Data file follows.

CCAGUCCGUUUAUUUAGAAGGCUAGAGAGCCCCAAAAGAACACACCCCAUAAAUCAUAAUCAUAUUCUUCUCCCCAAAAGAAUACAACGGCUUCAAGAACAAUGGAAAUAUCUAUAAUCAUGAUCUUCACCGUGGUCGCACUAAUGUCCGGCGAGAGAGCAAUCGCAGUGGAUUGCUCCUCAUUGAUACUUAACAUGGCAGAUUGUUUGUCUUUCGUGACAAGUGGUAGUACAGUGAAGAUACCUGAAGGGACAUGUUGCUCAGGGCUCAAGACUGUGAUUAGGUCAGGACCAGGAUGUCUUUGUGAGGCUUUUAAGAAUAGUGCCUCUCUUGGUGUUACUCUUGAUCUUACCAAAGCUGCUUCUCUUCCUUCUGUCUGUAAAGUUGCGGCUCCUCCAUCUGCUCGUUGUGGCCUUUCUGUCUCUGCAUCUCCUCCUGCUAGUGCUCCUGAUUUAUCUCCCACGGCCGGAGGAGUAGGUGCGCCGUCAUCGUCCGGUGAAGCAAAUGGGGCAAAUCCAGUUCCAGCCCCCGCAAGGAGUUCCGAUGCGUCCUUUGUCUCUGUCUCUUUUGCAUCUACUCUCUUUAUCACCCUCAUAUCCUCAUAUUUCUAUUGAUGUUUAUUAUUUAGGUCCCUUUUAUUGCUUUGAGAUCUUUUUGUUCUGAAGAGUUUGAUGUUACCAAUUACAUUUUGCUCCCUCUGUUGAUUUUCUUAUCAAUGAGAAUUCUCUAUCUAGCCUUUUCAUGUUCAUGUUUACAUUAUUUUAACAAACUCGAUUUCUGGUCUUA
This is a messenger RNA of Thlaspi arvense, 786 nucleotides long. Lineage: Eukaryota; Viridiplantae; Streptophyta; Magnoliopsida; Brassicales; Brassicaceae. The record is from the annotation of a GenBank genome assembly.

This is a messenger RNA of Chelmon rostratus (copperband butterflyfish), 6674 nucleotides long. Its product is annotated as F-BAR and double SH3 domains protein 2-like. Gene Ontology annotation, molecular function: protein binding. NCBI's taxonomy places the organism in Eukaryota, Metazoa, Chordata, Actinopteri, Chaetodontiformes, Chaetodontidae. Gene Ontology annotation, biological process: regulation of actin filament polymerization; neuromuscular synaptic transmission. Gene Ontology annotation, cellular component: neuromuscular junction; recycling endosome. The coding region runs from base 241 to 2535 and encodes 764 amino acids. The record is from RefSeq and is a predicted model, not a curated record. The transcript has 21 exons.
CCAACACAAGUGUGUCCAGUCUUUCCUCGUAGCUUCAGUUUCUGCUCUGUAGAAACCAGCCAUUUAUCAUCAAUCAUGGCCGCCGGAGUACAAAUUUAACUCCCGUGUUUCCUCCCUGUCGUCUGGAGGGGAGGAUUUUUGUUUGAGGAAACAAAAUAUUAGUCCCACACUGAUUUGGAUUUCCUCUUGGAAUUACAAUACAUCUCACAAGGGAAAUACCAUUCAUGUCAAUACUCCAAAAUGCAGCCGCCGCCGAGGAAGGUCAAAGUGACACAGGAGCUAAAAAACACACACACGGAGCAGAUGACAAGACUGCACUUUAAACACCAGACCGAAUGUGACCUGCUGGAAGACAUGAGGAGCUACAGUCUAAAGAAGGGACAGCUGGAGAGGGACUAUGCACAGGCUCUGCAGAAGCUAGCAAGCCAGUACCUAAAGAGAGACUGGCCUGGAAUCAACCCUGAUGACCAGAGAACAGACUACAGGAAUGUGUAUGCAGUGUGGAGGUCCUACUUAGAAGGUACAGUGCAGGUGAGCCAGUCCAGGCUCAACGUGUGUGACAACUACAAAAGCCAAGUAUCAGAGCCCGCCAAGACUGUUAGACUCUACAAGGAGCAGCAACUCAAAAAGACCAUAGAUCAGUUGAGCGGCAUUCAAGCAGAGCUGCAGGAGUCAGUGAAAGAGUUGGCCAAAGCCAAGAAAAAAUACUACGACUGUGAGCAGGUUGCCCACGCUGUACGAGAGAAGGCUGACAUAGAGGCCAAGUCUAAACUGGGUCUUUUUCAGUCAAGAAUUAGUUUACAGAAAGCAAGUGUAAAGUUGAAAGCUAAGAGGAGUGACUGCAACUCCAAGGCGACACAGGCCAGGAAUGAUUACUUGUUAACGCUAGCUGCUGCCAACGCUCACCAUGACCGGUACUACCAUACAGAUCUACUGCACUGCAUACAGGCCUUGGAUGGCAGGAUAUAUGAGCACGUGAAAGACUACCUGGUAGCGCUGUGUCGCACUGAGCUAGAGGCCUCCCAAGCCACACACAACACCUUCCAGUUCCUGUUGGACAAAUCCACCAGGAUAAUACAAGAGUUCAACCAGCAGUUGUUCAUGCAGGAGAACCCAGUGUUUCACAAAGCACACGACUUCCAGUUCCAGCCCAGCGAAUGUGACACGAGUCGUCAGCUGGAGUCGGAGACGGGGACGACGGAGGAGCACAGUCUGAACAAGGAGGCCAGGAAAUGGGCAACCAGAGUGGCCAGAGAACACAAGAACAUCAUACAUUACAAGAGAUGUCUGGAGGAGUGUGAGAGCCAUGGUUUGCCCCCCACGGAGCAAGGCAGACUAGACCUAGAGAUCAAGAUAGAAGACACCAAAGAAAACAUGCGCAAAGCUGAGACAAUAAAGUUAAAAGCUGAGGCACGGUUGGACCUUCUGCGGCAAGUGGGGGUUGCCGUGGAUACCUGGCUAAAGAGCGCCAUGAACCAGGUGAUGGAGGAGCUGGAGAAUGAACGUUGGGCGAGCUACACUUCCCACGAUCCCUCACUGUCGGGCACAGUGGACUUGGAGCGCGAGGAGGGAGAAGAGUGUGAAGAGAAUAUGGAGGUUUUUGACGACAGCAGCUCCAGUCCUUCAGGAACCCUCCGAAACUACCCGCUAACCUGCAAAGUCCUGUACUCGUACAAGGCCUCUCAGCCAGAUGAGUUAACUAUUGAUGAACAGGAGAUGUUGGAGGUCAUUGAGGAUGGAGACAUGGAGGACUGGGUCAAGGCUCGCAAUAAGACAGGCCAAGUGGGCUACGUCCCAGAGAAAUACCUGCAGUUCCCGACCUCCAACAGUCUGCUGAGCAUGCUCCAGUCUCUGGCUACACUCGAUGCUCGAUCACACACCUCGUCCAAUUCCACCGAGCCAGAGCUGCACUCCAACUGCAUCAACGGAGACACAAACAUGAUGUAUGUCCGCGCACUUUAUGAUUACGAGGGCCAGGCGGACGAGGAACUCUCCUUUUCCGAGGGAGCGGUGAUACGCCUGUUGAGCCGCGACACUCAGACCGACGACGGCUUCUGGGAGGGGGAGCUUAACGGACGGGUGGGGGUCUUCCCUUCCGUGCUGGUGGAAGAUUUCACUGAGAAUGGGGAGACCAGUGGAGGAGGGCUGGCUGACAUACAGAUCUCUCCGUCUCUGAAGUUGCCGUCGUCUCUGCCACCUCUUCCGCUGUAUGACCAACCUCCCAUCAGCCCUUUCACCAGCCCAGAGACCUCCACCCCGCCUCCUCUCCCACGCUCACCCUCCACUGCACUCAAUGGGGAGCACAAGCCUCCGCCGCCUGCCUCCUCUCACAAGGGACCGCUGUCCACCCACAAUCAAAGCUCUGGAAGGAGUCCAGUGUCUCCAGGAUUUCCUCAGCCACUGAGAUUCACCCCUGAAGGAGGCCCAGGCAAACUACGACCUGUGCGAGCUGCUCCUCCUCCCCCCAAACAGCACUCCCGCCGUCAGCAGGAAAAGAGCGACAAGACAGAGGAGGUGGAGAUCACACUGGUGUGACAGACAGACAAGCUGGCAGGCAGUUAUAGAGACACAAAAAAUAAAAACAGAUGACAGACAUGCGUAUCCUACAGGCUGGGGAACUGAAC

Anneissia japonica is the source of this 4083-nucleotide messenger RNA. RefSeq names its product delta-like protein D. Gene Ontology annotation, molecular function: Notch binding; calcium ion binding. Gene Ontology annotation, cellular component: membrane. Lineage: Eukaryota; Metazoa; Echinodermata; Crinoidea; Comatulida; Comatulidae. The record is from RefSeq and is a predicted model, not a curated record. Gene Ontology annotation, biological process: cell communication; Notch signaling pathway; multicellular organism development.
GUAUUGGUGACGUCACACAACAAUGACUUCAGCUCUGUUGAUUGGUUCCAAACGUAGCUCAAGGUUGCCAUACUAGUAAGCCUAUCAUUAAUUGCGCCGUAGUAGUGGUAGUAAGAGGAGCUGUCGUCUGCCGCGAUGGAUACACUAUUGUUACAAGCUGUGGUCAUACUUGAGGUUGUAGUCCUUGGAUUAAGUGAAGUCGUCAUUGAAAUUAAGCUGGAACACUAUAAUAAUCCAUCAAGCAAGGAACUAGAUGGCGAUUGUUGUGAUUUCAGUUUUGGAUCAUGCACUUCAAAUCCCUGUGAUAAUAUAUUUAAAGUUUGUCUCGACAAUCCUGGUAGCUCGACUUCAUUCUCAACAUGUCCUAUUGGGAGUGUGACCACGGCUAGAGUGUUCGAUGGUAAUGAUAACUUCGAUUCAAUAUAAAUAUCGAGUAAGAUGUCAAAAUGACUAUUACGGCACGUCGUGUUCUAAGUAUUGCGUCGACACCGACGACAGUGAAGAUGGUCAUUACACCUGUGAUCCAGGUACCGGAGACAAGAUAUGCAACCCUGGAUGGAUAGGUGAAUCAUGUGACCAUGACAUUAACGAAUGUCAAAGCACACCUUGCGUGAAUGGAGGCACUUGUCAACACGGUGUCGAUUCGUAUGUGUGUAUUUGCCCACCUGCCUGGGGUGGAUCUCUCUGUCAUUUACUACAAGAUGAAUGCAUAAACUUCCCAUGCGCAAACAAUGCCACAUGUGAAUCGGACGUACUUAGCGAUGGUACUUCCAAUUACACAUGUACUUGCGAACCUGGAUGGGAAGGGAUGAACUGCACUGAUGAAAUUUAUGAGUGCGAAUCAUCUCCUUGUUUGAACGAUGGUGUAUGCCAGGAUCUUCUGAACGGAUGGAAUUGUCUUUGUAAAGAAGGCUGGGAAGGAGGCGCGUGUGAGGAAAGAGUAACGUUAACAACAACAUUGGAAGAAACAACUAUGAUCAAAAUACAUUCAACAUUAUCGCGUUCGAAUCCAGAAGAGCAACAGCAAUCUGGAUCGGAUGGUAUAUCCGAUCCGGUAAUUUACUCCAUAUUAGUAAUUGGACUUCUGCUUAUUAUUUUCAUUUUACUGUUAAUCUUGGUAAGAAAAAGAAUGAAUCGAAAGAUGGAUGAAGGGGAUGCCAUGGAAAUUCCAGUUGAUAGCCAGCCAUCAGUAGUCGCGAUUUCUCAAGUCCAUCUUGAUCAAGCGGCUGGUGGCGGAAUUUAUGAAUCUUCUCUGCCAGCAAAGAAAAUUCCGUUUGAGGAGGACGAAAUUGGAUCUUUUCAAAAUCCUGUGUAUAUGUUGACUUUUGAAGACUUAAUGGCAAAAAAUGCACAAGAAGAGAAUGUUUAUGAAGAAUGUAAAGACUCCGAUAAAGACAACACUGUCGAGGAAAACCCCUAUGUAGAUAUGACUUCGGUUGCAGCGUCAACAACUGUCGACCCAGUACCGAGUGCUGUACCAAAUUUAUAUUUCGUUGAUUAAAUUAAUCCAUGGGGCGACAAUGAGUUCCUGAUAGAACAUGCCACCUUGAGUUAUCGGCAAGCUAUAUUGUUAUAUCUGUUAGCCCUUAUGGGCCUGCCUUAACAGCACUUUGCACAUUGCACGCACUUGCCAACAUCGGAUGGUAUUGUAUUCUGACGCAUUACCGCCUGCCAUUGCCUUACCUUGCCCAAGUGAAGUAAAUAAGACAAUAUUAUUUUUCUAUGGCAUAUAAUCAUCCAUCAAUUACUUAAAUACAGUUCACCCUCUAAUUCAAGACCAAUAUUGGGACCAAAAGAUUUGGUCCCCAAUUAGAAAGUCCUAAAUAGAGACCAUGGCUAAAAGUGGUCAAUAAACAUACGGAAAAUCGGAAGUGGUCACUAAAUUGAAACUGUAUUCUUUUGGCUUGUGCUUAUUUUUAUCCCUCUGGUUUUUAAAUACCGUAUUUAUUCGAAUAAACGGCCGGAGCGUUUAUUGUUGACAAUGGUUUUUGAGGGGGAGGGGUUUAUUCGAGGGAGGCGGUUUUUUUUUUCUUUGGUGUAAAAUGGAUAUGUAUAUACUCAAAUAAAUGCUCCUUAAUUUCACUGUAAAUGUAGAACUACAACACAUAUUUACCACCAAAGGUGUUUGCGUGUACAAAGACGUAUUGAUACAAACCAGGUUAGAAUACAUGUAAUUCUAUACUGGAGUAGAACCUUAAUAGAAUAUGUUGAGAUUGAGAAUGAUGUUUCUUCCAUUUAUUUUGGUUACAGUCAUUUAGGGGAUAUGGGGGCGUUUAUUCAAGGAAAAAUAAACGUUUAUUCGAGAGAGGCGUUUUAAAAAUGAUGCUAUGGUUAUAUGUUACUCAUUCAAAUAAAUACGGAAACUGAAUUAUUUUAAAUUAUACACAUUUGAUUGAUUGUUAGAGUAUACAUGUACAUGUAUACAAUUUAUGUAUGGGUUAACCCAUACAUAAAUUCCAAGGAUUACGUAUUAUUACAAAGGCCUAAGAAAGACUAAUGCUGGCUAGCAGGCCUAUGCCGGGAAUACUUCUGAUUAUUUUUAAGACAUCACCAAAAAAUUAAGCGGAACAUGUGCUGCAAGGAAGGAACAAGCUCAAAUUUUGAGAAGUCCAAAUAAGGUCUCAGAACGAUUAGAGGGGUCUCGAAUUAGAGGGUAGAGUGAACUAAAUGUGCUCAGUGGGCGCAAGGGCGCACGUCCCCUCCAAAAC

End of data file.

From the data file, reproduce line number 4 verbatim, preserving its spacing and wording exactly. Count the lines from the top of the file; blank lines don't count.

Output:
CCAACACAAGUGUGUCCAGUCUUUCCUCGUAGCUUCAGUUUCUGCUCUGUAGAAACCAGCCAUUUAUCAUCAAUCAUGGCCGCCGGAGUACAAAUUUAACUCCCGUGUUUCCUCCCUGUCGUCUGGAGGGGAGGAUUUUUGUUUGAGGAAACAAAAUAUUAGUCCCACACUGAUUUGGAUUUCCUCUUGGAAUUACAAUACAUCUCACAAGGGAAAUACCAUUCAUGUCAAUACUCCAAAAUGCAGCCGCCGCCGAGGAAGGUCAAAGUGACACAGGAGCUAAAAAACACACACACGGAGCAGAUGACAAGACUGCACUUUAAACACCAGACCGAAUGUGACCUGCUGGAAGACAUGAGGAGCUACAGUCUAAAGAAGGGACAGCUGGAGAGGGACUAUGCACAGGCUCUGCAGAAGCUAGCAAGCCAGUACCUAAAGAGAGACUGGCCUGGAAUCAACCCUGAUGACCAGAGAACAGACUACAGGAAUGUGUAUGCAGUGUGGAGGUCCUACUUAGAAGGUACAGUGCAGGUGAGCCAGUCCAGGCUCAACGUGUGUGACAACUACAAAAGCCAAGUAUCAGAGCCCGCCAAGACUGUUAGACUCUACAAGGAGCAGCAACUCAAAAAGACCAUAGAUCAGUUGAGCGGCAUUCAAGCAGAGCUGCAGGAGUCAGUGAAAGAGUUGGCCAAAGCCAAGAAAAAAUACUACGACUGUGAGCAGGUUGCCCACGCUGUACGAGAGAAGGCUGACAUAGAGGCCAAGUCUAAACUGGGUCUUUUUCAGUCAAGAAUUAGUUUACAGAAAGCAAGUGUAAAGUUGAAAGCUAAGAGGAGUGACUGCAACUCCAAGGCGACACAGGCCAGGAAUGAUUACUUGUUAACGCUAGCUGCUGCCAACGCUCACCAUGACCGGUACUACCAUACAGAUCUACUGCACUGCAUACAGGCCUUGGAUGGCAGGAUAUAUGAGCACGUGAAAGACUACCUGGUAGCGCUGUGUCGCACUGAGCUAGAGGCCUCCCAAGCCACACACAACACCUUCCAGUUCCUGUUGGACAAAUCCACCAGGAUAAUACAAGAGUUCAACCAGCAGUUGUUCAUGCAGGAGAACCCAGUGUUUCACAAAGCACACGACUUCCAGUUCCAGCCCAGCGAAUGUGACACGAGUCGUCAGCUGGAGUCGGAGACGGGGACGACGGAGGAGCACAGUCUGAACAAGGAGGCCAGGAAAUGGGCAACCAGAGUGGCCAGAGAACACAAGAACAUCAUACAUUACAAGAGAUGUCUGGAGGAGUGUGAGAGCCAUGGUUUGCCCCCCACGGAGCAAGGCAGACUAGACCUAGAGAUCAAGAUAGAAGACACCAAAGAAAACAUGCGCAAAGCUGAGACAAUAAAGUUAAAAGCUGAGGCACGGUUGGACCUUCUGCGGCAAGUGGGGGUUGCCGUGGAUACCUGGCUAAAGAGCGCCAUGAACCAGGUGAUGGAGGAGCUGGAGAAUGAACGUUGGGCGAGCUACACUUCCCACGAUCCCUCACUGUCGGGCACAGUGGACUUGGAGCGCGAGGAGGGAGAAGAGUGUGAAGAGAAUAUGGAGGUUUUUGACGACAGCAGCUCCAGUCCUUCAGGAACCCUCCGAAACUACCCGCUAACCUGCAAAGUCCUGUACUCGUACAAGGCCUCUCAGCCAGAUGAGUUAACUAUUGAUGAACAGGAGAUGUUGGAGGUCAUUGAGGAUGGAGACAUGGAGGACUGGGUCAAGGCUCGCAAUAAGACAGGCCAAGUGGGCUACGUCCCAGAGAAAUACCUGCAGUUCCCGACCUCCAACAGUCUGCUGAGCAUGCUCCAGUCUCUGGCUACACUCGAUGCUCGAUCACACACCUCGUCCAAUUCCACCGAGCCAGAGCUGCACUCCAACUGCAUCAACGGAGACACAAACAUGAUGUAUGUCCGCGCACUUUAUGAUUACGAGGGCCAGGCGGACGAGGAACUCUCCUUUUCCGAGGGAGCGGUGAUACGCCUGUUGAGCCGCGACACUCAGACCGACGACGGCUUCUGGGAGGGGGAGCUUAACGGACGGGUGGGGGUCUUCCCUUCCGUGCUGGUGGAAGAUUUCACUGAGAAUGGGGAGACCAGUGGAGGAGGGCUGGCUGACAUACAGAUCUCUCCGUCUCUGAAGUUGCCGUCGUCUCUGCCACCUCUUCCGCUGUAUGACCAACCUCCCAUCAGCCCUUUCACCAGCCCAGAGACCUCCACCCCGCCUCCUCUCCCACGCUCACCCUCCACUGCACUCAAUGGGGAGCACAAGCCUCCGCCGCCUGCCUCCUCUCACAAGGGACCGCUGUCCACCCACAAUCAAAGCUCUGGAAGGAGUCCAGUGUCUCCAGGAUUUCCUCAGCCACUGAGAUUCACCCCUGAAGGAGGCCCAGGCAAACUACGACCUGUGCGAGCUGCUCCUCCUCCCCCCAAACAGCACUCCCGCCGUCAGCAGGAAAAGAGCGACAAGACAGAGGAGGUGGAGAUCACACUGGUGUGACAGACAGACAAGCUGGCAGGCAGUUAUAGAGACACAAAAAAUAAAAACAGAUGACAGACAUGCGUAUCCUACAGGCUGGGGAACUGAAC